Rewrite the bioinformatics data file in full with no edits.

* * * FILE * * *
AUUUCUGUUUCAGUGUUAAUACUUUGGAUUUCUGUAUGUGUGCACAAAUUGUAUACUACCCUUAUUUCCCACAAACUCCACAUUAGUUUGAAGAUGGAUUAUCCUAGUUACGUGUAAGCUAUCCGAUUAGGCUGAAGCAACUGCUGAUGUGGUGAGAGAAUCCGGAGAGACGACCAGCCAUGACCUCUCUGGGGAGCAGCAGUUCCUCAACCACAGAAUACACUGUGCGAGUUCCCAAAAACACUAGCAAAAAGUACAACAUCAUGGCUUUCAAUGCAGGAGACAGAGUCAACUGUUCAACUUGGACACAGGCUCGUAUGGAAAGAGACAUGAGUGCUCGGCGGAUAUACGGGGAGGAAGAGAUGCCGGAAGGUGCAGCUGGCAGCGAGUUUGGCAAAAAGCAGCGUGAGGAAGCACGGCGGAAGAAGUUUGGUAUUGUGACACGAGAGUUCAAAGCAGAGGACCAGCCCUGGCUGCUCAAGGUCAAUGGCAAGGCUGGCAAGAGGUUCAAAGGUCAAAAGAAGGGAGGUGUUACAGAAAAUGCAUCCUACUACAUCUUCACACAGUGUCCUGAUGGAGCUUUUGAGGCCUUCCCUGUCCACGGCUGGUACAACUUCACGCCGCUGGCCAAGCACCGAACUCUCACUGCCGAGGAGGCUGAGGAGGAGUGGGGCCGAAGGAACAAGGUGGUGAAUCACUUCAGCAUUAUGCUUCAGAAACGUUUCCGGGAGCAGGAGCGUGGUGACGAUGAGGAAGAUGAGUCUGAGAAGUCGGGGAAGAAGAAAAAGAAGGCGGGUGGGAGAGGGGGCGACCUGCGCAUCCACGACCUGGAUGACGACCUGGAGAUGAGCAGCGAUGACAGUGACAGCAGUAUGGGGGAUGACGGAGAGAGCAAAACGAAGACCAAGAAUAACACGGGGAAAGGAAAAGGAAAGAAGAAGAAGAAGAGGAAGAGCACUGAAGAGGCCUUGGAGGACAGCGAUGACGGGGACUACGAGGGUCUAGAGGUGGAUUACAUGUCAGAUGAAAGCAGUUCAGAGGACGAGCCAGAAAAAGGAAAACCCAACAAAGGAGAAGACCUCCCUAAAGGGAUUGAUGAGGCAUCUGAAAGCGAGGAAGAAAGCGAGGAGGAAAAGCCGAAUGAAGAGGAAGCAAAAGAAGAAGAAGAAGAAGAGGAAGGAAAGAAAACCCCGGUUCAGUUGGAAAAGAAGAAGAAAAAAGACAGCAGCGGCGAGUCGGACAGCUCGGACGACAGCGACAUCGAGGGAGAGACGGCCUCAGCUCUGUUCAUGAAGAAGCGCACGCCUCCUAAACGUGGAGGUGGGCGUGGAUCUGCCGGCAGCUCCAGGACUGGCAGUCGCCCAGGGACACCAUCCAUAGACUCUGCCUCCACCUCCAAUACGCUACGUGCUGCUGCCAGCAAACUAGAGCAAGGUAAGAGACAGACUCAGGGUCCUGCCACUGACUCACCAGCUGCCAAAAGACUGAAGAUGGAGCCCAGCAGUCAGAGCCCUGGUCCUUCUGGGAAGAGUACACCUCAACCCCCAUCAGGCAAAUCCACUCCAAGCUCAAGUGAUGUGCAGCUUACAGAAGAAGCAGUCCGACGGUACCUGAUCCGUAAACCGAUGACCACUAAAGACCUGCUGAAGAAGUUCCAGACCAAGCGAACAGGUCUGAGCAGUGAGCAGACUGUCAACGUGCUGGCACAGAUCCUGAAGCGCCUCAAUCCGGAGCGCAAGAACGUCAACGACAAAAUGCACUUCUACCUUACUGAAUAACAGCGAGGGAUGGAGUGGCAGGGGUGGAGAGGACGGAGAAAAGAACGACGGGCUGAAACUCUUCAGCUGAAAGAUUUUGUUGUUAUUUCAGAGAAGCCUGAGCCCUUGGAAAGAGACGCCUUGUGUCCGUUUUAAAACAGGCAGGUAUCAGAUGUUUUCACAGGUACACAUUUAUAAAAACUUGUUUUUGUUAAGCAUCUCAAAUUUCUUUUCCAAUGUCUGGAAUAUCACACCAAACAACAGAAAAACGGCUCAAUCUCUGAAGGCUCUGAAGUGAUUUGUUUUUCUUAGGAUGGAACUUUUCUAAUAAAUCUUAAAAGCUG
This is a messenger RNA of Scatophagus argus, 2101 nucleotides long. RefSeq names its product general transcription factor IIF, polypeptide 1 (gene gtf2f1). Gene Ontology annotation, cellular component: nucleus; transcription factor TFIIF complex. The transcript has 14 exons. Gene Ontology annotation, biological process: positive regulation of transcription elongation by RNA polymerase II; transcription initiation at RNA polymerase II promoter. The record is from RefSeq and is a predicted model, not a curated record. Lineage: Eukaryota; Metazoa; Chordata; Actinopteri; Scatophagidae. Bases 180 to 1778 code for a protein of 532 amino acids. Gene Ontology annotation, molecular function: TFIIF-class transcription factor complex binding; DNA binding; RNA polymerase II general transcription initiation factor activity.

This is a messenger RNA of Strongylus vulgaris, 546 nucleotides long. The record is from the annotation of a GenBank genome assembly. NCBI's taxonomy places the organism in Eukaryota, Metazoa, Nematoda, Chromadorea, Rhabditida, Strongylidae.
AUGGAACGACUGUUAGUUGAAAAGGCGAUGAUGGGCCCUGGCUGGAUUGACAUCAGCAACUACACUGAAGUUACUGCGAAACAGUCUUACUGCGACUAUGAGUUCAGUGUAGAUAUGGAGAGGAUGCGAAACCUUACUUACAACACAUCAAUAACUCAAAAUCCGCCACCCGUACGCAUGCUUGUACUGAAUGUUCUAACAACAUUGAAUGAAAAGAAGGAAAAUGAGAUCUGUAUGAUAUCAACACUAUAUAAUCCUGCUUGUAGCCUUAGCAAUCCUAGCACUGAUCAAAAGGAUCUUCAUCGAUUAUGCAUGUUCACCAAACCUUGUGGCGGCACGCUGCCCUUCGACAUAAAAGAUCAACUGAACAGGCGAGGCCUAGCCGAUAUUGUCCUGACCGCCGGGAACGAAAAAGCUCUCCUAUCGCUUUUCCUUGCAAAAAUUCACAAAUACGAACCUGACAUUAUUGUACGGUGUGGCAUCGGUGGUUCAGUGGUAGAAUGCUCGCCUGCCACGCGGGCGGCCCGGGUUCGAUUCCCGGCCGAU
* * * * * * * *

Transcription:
AUUUCUGUUUCAGUGUUAAUACUUUGGAUUUCUGUAUGUGUGCACAAAUUGUAUACUACCCUUAUUUCCCACAAACUCCACAUUAGUUUGAAGAUGGAUUAUCCUAGUUACGUGUAAGCUAUCCGAUUAGGCUGAAGCAACUGCUGAUGUGGUGAGAGAAUCCGGAGAGACGACCAGCCAUGACCUCUCUGGGGAGCAGCAGUUCCUCAACCACAGAAUACACUGUGCGAGUUCCCAAAAACACUAGCAAAAAGUACAACAUCAUGGCUUUCAAUGCAGGAGACAGAGUCAACUGUUCAACUUGGACACAGGCUCGUAUGGAAAGAGACAUGAGUGCUCGGCGGAUAUACGGGGAGGAAGAGAUGCCGGAAGGUGCAGCUGGCAGCGAGUUUGGCAAAAAGCAGCGUGAGGAAGCACGGCGGAAGAAGUUUGGUAUUGUGACACGAGAGUUCAAAGCAGAGGACCAGCCCUGGCUGCUCAAGGUCAAUGGCAAGGCUGGCAAGAGGUUCAAAGGUCAAAAGAAGGGAGGUGUUACAGAAAAUGCAUCCUACUACAUCUUCACACAGUGUCCUGAUGGAGCUUUUGAGGCCUUCCCUGUCCACGGCUGGUACAACUUCACGCCGCUGGCCAAGCACCGAACUCUCACUGCCGAGGAGGCUGAGGAGGAGUGGGGCCGAAGGAACAAGGUGGUGAAUCACUUCAGCAUUAUGCUUCAGAAACGUUUCCGGGAGCAGGAGCGUGGUGACGAUGAGGAAGAUGAGUCUGAGAAGUCGGGGAAGAAGAAAAAGAAGGCGGGUGGGAGAGGGGGCGACCUGCGCAUCCACGACCUGGAUGACGACCUGGAGAUGAGCAGCGAUGACAGUGACAGCAGUAUGGGGGAUGACGGAGAGAGCAAAACGAAGACCAAGAAUAACACGGGGAAAGGAAAAGGAAAGAAGAAGAAGAAGAGGAAGAGCACUGAAGAGGCCUUGGAGGACAGCGAUGACGGGGACUACGAGGGUCUAGAGGUGGAUUACAUGUCAGAUGAAAGCAGUUCAGAGGACGAGCCAGAAAAAGGAAAACCCAACAAAGGAGAAGACCUCCCUAAAGGGAUUGAUGAGGCAUCUGAAAGCGAGGAAGAAAGCGAGGAGGAAAAGCCGAAUGAAGAGGAAGCAAAAGAAGAAGAAGAAGAAGAGGAAGGAAAGAAAACCCCGGUUCAGUUGGAAAAGAAGAAGAAAAAAGACAGCAGCGGCGAGUCGGACAGCUCGGACGACAGCGACAUCGAGGGAGAGACGGCCUCAGCUCUGUUCAUGAAGAAGCGCACGCCUCCUAAACGUGGAGGUGGGCGUGGAUCUGCCGGCAGCUCCAGGACUGGCAGUCGCCCAGGGACACCAUCCAUAGACUCUGCCUCCACCUCCAAUACGCUACGUGCUGCUGCCAGCAAACUAGAGCAAGGUAAGAGACAGACUCAGGGUCCUGCCACUGACUCACCAGCUGCCAAAAGACUGAAGAUGGAGCCCAGCAGUCAGAGCCCUGGUCCUUCUGGGAAGAGUACACCUCAACCCCCAUCAGGCAAAUCCACUCCAAGCUCAAGUGAUGUGCAGCUUACAGAAGAAGCAGUCCGACGGUACCUGAUCCGUAAACCGAUGACCACUAAAGACCUGCUGAAGAAGUUCCAGACCAAGCGAACAGGUCUGAGCAGUGAGCAGACUGUCAACGUGCUGGCACAGAUCCUGAAGCGCCUCAAUCCGGAGCGCAAGAACGUCAACGACAAAAUGCACUUCUACCUUACUGAAUAACAGCGAGGGAUGGAGUGGCAGGGGUGGAGAGGACGGAGAAAAGAACGACGGGCUGAAACUCUUCAGCUGAAAGAUUUUGUUGUUAUUUCAGAGAAGCCUGAGCCCUUGGAAAGAGACGCCUUGUGUCCGUUUUAAAACAGGCAGGUAUCAGAUGUUUUCACAGGUACACAUUUAUAAAAACUUGUUUUUGUUAAGCAUCUCAAAUUUCUUUUCCAAUGUCUGGAAUAUCACACCAAACAACAGAAAAACGGCUCAAUCUCUGAAGGCUCUGAAGUGAUUUGUUUUUCUUAGGAUGGAACUUUUCUAAUAAAUCUUAAAAGCUG
This is a messenger RNA of Scatophagus argus, 2101 nucleotides long. RefSeq names its product general transcription factor IIF, polypeptide 1 (gene gtf2f1). Gene Ontology annotation, cellular component: nucleus; transcription factor TFIIF complex. The transcript has 14 exons. Gene Ontology annotation, biological process: positive regulation of transcription elongation by RNA polymerase II; transcription initiation at RNA polymerase II promoter. The record is from RefSeq and is a predicted model, not a curated record. Lineage: Eukaryota; Metazoa; Chordata; Actinopteri; Scatophagidae. Bases 180 to 1778 code for a protein of 532 amino acids. Gene Ontology annotation, molecular function: TFIIF-class transcription factor complex binding; DNA binding; RNA polymerase II general transcription initiation factor activity.

This is a messenger RNA of Strongylus vulgaris, 546 nucleotides long. The record is from the annotation of a GenBank genome assembly. NCBI's taxonomy places the organism in Eukaryota, Metazoa, Nematoda, Chromadorea, Rhabditida, Strongylidae.
AUGGAACGACUGUUAGUUGAAAAGGCGAUGAUGGGCCCUGGCUGGAUUGACAUCAGCAACUACACUGAAGUUACUGCGAAACAGUCUUACUGCGACUAUGAGUUCAGUGUAGAUAUGGAGAGGAUGCGAAACCUUACUUACAACACAUCAAUAACUCAAAAUCCGCCACCCGUACGCAUGCUUGUACUGAAUGUUCUAACAACAUUGAAUGAAAAGAAGGAAAAUGAGAUCUGUAUGAUAUCAACACUAUAUAAUCCUGCUUGUAGCCUUAGCAAUCCUAGCACUGAUCAAAAGGAUCUUCAUCGAUUAUGCAUGUUCACCAAACCUUGUGGCGGCACGCUGCCCUUCGACAUAAAAGAUCAACUGAACAGGCGAGGCCUAGCCGAUAUUGUCCUGACCGCCGGGAACGAAAAAGCUCUCCUAUCGCUUUUCCUUGCAAAAAUUCACAAAUACGAACCUGACAUUAUUGUACGGUGUGGCAUCGGUGGUUCAGUGGUAGAAUGCUCGCCUGCCACGCGGGCGGCCCGGGUUCGAUUCCCGGCCGAU